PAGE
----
Albayram Research Lab

Onder Albayram, Ph.D.

Onder Albayram, Ph.D.

Assistant Professor
Division of Cardiology
Department of Neuroscience (Joint)

Dr. Albayram is an Assistant Professor in Medicine in the Department of Medicine, Division of Cardiology and Department of Neuroscience at the Medical University of South Carolina. He is also Affiliated Faculty of the Department of Medicine at Beth Israel Department of Medicine, Harvard Medical School in Boston. In 2009, Dr. Albayram has completed a M.S. in neuropharmacology at the Department of Pharmacological Sciences, University of Southern California in Los Angeles, California. In 2013, he has completed the Ph.D. in neurobiology at the Institute of Molecular Psychiatry, University of Bonn in Germany. During his PhD, he discovered the novel protective role of the hippocampal endocannabinoid signaling system in brain aging. Dr. Albayram completed his faculty training in Translational Neuroscience perspective at Harvard Medical School. During his time at Harvard Medical School, Dr. Albayram identified the unique cis conformation of tau protein as the early driver of disease in chronic traumatic encephalopathy (CTE) and traumatic brain injury (TBI).

He is developing an array of diagnostic tools to identify early pathogenic processes and also determine the primary mechanisms of progression of age-related degenerative disorders, like Alzheimer’s disease, trauma, chronic cardiovascular disorders. His works were published in prominent journals and highlighted numerous press outlets, including Scientific American, Guardian, The Scientist, TIME and News Week amongst others.

Dr. Albayram’s laboratory focuses on two principal areas: 1) understanding the roles of how endocannabinoid (eCB) signaling controls - and is affected by - normal aging and inflammatory and age-dependent degenerative disorders. 2) understanding the impacts of brain–gut–microbiota axis on cerebrovascular diseases, both age and trauma related.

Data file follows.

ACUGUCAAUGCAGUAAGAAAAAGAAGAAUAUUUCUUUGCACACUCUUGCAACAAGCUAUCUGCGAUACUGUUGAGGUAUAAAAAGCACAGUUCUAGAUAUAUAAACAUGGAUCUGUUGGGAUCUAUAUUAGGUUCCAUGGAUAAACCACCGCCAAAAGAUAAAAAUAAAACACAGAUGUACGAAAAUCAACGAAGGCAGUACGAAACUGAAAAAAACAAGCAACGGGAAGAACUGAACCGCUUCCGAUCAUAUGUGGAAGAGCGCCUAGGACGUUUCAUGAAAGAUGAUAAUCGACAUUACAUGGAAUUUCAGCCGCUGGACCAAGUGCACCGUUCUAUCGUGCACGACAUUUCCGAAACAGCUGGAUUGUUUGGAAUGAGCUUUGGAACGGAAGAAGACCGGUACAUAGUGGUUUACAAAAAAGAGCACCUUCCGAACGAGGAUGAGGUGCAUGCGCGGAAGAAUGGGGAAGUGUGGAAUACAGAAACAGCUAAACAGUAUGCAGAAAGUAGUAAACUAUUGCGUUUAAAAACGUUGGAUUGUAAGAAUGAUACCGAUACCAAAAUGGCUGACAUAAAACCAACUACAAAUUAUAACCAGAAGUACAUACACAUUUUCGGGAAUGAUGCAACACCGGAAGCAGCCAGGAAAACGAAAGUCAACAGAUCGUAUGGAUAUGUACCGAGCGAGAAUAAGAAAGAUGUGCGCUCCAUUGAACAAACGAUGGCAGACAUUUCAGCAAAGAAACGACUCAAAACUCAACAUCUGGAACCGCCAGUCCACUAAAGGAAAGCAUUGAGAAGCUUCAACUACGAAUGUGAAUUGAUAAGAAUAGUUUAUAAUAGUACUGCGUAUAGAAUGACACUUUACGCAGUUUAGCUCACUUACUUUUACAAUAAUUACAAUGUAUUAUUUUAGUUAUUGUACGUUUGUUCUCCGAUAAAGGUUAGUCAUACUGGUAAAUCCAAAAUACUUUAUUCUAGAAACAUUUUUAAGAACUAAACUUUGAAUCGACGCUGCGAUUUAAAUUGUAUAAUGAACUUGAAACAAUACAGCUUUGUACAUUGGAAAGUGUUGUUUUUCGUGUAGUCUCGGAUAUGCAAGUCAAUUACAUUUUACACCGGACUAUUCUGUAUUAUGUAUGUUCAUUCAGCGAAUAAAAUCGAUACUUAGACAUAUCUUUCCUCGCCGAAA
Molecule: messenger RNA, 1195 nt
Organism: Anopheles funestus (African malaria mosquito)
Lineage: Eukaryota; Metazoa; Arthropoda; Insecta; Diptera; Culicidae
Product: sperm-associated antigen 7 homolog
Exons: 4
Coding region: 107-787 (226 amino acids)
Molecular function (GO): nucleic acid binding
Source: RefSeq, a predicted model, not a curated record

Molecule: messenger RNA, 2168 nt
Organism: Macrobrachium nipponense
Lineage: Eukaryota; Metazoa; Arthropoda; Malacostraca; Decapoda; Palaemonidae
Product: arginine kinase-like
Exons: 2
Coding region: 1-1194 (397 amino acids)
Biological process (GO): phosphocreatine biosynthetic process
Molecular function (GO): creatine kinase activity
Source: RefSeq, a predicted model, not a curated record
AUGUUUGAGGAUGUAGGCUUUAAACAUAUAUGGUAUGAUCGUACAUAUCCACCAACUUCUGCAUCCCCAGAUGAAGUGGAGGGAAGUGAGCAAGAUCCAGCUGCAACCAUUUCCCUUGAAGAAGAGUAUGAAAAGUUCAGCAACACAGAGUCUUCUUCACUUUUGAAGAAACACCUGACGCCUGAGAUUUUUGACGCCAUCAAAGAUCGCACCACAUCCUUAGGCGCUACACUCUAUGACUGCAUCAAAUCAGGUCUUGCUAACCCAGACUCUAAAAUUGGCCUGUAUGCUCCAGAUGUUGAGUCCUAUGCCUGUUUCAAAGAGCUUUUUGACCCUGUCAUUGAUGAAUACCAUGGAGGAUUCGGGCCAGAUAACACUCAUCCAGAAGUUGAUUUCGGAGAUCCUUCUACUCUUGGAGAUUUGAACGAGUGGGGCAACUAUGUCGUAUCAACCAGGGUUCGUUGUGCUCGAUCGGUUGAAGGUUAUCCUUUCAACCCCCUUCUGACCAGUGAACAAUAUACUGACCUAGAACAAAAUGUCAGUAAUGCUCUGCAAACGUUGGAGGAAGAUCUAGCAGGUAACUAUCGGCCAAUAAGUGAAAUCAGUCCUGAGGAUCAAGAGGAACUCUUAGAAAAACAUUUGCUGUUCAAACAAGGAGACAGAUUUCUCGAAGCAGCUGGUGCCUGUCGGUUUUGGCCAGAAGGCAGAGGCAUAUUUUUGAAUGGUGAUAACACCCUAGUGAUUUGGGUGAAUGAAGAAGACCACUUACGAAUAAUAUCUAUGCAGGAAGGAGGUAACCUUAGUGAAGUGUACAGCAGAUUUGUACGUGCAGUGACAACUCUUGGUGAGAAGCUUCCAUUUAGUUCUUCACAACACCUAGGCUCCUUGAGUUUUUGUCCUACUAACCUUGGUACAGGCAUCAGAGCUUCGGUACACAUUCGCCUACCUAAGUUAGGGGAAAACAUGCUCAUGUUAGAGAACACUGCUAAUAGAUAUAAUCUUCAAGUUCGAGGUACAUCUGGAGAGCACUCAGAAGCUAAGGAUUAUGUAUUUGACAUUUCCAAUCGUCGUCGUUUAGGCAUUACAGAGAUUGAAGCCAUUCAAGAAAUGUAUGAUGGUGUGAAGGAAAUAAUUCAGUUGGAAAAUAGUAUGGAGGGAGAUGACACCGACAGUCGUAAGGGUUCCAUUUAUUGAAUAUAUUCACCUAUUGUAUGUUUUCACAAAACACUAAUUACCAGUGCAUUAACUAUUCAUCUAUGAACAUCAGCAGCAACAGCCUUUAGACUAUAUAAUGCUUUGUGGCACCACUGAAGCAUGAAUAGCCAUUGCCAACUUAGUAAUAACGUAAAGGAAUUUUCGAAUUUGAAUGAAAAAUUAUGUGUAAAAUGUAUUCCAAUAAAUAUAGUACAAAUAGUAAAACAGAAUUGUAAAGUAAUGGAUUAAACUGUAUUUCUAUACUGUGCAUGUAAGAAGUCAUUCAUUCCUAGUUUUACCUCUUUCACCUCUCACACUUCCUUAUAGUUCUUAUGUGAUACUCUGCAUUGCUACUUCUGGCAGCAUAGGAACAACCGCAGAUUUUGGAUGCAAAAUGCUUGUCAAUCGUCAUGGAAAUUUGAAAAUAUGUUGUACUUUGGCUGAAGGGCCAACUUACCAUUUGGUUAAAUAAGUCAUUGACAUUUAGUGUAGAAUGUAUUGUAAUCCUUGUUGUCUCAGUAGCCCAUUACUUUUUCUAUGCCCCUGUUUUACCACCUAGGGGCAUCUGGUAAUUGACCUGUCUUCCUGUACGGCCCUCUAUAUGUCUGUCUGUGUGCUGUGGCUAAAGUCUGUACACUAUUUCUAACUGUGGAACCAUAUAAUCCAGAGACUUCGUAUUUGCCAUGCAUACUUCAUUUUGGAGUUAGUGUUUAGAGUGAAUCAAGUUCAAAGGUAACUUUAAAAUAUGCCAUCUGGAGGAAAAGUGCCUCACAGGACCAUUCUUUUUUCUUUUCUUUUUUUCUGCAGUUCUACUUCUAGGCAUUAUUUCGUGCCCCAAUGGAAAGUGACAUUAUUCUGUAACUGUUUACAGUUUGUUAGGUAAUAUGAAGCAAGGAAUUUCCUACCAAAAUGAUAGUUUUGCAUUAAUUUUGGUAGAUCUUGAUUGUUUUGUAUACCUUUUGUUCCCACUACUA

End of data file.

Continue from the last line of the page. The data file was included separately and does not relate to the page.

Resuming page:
People:
Onder Albayram, Ph.D. (Principal Investigator)
Justin Kiel (Research Associate)
Eda Karakaya (Research Associate)


Selected Publications

Albayram, O., MacIver, B., Mathai, J., Verstegen, A., Baxley, S., Qiu, C., Bell, C., Caldarone, B.J., Zhou, X.Z., Lu, K.P., Zeidel, M. (2019) Traumatic Brain Injury-related voiding dysfunction in mice is caused by damage to rostral pathways, altering inputs to the reflex pathways. Scientific Reports 9(1):8646.

Albayram, O., Kondo, A., Mannix. R., Smith, C., Li, C., Tsai, C.Y., Herbert, M.K., Qiu, J., Monuteaux, M., Driver, J.A., Yan, S., Gormley, W., Puccio, A.M., Okonkwo, D.O., Lucke-Wold, B., Bailes, J., Meehan, W., Zeidel, M., Lu, K.P. and Zhou, X.Z. (2017) Cis P-tau, induced after clinical neurotrauma, is a druggable target in preclinical neurotrauma models. Nature Communication8(1):1000.

Bilkei-Gorzo, A.,* Albayram, O.,* Draffehn, A., Michel, K., Piyanova, A., Oppenheimer, H., Dvir- Ginzberg, M., Rácz, I., Ulas, T., Imbeault, S., Bab, I., Schultze, J.L., Zimmer, A. (2017) A chronic low dose of Δ9-tetrahydrocannabinol (THC) restores cognitive function in old mice. Nature Medicine 23(6), 782-787. (* Equal contribution)
(Cover story; and News and Views Comments in Nature Medicine 12: 392-393.)

Albayram, O., Passlick, S., Bilkei-Gorzo, A., Zimmer, A., Steinhäuser, C. (2016) Physiological impact of CB1 receptor expression by hippocampal GABAergic interneurons. European Journal of Physiology 468(4), 727-37.

Kondo, A., Shahpasand, K., Mannix, R., Qiu, J., Moncaster, J., Chen, C. H., Yao, Y., Lin, Y. M., Driver, J. A., Wei, S., Man-Li, M., Albayram, O., Huang, P., Rotenberg, A., Ryo, A., Goldstein, L. E., Pascual-Leone, A., Mckee, A., Meehan, M., Zhou, X. Z., and Lu, K. P. (2015) An early driver of traumatic brain injury and neurodegeneration that can be effectively blocked by antibody. Nature 523(7561), 431-6.

Albayram, O., Alferink, J., Pitsch, J., Piyanova, A., Neitzert, K., Poppensieker, K., Mauer, D., Michel, K., Legler, A., Becker, A., Monory, K., Lutz, B., Zimmer, A., Bilkei-Gorzo, A. (2011) Role of CB1 receptors on GABAergic neurons in brain aging. Proc Natl Acad Sci U S A. 108(27), 11256-61.